The declines also have occurred during an economic recovery, Olgeirson said, so other factors are also at work. “A more likely source of erosion than economics comes from changing viewing patterns and the fact that [viewers] can find programming from other sources,” he said.

Millennials can’t be viewed as a monolithic group, researchers have cautioned. For instance, a recent analysis of millennials by Nielsen found 30-to-34-year-olds living in their own home with children had a pay TV penetration rate of 81.4%, versus a 72.4% rate among 18-to-24- year-olds living in their own home with no children.


“People talk about millennials as if they are a unified group, but of course they aren’t,” Nielsen senior vice president of audience insights Glenn Enoch said.

Nielsen’s study also analyzed how these households changed their pay TV subscriptions over time, Enoch noted. “Our data shows that householders aged 18 to 34 are more likely to drop cable, but they are also the most likely to add it,” he said. Lower-income homes were also “more likely to add and drop a multichannel subscription,” he added.

That’s due to the fact that younger and lower-income households are more likely to rent and drop their pay TV subscriptions when they move. But that doesn’t mean that viewing patterns, particularly among the young, aren’t changing dramatically.

“The big theme that we are seeing in video consumption is how expansive and immersive the viewing ecosystem has become with so many devices and options,” Viacom executive vice president and chief research officer Colleen Fahey Rush said. “It used to be that you had to wait to watch a show one night a week and wait until work the next day to talk about it.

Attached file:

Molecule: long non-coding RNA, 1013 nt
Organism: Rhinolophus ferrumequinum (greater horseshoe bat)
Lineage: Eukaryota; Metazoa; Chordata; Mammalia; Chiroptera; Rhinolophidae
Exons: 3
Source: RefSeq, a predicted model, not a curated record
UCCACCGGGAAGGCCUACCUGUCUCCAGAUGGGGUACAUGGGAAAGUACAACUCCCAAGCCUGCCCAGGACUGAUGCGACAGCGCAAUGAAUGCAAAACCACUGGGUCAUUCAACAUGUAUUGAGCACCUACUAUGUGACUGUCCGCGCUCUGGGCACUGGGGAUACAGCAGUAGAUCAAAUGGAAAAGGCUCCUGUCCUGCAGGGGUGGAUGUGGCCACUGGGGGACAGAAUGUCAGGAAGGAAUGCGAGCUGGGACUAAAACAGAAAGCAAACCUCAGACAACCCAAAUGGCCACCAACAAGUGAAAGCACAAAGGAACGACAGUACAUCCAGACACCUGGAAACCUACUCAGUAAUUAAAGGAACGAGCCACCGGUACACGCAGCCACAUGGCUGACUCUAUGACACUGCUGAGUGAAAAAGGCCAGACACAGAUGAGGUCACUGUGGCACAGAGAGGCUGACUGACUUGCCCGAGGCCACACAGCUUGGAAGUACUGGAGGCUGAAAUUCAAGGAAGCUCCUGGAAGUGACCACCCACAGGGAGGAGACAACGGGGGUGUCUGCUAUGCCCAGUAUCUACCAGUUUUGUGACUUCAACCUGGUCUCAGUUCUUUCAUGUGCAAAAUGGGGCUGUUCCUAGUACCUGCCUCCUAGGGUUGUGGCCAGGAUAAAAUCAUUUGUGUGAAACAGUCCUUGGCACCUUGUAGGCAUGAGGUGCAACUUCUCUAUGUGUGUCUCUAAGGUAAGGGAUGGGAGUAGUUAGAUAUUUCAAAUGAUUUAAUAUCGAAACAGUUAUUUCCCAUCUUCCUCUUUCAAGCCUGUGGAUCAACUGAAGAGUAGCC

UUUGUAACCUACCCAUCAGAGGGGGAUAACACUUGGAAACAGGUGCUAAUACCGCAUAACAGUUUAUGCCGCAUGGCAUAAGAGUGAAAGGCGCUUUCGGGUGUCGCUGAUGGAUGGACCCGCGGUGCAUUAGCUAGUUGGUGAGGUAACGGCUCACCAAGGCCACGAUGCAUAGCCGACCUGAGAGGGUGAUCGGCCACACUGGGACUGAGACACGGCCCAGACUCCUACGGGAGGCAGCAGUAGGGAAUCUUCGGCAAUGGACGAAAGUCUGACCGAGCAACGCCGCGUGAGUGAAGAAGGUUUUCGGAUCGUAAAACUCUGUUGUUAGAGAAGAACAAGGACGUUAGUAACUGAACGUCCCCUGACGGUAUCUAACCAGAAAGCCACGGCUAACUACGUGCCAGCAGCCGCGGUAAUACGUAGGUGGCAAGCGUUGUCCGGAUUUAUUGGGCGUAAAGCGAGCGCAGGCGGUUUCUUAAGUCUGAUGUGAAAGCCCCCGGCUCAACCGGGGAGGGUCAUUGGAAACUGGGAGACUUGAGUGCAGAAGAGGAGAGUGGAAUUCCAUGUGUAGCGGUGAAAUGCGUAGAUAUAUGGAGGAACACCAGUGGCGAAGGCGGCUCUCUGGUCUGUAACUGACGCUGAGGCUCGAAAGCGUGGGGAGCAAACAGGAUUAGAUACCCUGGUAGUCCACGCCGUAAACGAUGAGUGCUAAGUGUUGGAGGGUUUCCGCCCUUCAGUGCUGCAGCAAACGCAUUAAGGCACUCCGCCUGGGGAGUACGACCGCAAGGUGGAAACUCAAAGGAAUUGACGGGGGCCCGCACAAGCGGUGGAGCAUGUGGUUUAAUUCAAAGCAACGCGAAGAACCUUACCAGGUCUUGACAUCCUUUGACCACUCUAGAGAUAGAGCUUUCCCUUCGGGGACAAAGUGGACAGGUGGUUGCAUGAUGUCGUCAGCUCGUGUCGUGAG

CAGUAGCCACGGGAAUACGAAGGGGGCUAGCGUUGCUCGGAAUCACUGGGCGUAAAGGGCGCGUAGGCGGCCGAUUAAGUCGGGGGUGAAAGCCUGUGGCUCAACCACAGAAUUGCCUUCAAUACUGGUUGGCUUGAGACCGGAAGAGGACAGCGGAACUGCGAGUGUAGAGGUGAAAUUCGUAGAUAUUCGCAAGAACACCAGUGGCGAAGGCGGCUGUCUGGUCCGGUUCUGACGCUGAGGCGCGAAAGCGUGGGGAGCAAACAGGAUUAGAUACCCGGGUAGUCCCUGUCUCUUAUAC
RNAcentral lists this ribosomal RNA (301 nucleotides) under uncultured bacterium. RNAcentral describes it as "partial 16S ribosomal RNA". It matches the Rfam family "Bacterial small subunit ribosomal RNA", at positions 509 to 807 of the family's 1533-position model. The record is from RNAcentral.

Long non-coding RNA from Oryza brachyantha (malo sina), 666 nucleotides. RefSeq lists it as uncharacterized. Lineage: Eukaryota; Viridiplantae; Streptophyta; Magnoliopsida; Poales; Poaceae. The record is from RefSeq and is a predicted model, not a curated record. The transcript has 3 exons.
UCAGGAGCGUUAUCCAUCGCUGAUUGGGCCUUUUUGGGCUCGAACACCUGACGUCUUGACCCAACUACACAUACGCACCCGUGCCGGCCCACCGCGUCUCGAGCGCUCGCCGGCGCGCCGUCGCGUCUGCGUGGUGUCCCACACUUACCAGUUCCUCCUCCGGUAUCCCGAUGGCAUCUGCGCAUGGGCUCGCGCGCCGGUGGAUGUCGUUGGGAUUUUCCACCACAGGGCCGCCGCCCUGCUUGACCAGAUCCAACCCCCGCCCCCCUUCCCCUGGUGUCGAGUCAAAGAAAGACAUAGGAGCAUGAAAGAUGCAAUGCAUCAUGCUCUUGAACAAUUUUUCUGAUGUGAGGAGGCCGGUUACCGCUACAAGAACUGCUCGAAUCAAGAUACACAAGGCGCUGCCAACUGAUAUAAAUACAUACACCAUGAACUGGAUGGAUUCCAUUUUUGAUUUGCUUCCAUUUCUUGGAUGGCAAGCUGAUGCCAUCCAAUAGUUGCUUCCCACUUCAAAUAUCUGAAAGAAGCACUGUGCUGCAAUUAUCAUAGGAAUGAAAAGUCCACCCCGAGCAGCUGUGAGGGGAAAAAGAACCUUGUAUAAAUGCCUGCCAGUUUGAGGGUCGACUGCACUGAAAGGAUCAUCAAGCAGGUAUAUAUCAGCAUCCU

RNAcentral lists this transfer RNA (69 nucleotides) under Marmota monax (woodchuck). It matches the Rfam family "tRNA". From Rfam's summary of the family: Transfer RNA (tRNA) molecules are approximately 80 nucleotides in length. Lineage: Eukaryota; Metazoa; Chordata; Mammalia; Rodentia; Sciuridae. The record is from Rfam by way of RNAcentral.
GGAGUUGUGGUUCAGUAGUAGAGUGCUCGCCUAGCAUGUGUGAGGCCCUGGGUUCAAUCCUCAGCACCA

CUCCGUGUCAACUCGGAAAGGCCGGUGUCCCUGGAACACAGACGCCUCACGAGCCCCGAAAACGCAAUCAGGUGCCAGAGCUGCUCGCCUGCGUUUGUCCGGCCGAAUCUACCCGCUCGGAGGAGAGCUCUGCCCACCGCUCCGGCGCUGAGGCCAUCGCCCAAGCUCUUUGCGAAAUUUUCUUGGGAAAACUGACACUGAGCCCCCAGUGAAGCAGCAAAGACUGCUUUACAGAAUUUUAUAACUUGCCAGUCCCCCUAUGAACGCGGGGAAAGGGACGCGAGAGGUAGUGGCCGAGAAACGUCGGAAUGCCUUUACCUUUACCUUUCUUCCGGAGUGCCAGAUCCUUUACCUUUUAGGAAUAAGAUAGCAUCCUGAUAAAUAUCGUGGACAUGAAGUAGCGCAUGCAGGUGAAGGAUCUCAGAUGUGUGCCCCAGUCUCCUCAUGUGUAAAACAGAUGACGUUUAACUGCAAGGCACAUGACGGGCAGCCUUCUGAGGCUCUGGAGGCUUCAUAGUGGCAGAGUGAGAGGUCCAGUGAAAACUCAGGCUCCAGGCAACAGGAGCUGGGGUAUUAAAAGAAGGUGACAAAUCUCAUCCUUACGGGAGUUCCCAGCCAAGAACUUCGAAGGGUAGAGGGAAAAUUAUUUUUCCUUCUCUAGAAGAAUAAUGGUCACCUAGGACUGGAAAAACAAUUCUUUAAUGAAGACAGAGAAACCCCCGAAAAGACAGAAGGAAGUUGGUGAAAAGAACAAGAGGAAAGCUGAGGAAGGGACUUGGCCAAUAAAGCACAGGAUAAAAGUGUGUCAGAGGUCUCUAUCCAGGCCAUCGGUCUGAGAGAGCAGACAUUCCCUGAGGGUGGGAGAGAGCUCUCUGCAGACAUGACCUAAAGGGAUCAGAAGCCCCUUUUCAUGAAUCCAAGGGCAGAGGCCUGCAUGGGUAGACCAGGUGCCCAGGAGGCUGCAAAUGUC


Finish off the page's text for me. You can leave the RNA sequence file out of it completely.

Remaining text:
“Now, you can follow the characters and cast on Twitter. You can watch shows on apps and go back and watch all the old seasons on so many different places. Everyone has a TV in their hands, a smartphone, which is an amazing tool for discovery and loyalty,” she said.

“Most of the growth is on mobile, OTT devices and the connected TV,” ESPN senior vice president of global research and analytics Artie Bulgrin said. For example, the WatchESPN app set viewing records in September with 11 million unique visitors — up 50% from a year earlier — watching 2.2 billion minutes of video for a 92% bounce rate.

That trend has been particularly evident with younger viewers. In the third quarter of 2015, TV viewing by 18-to-24-year-olds fell by 2 hours and 4 minutes from a year earlier, per Nielsen, while viewing on multimedia devices such as Roku was up 34 minutes, to 1 hour and 25 minutes a week.

Not surprisingly, these shifts are have affected digital and TV ad spending. “In 2016 digital advertising will overtake TV in the U.S. for the first time ever.” Magna’s Letang said.

Despite this, TV advertising was stronger in the second half of 2015, so spending in 2016 and 2017 isn’t likely to see the type of declines that occurred in 2013 and 2014, Letang and others noted.

“There is a pretty significant amount of truly premium TV viewing just not being included in current ratings definitions,” Pivotal Research Group senior research analyst for advertising Brian Weiser said. “Viewing is not anywhere near down as much as people think it is. It might even be up, but I’ll go with flat.”

The TV-advertising picture also isn’t as bad as some believe. “The third quarter came out reasonably well and the fourth quarter looks even better,” Weiser said. “Based on the idea that digital is eating TV’s lunch, the overwhelmingly dominant view of TV advertising is pessimistic. But TV still remains the most efficient way to build awareness.

“The problem has been that ad spending has been weak, not that we are seeing a secular shift of TV money to digital.”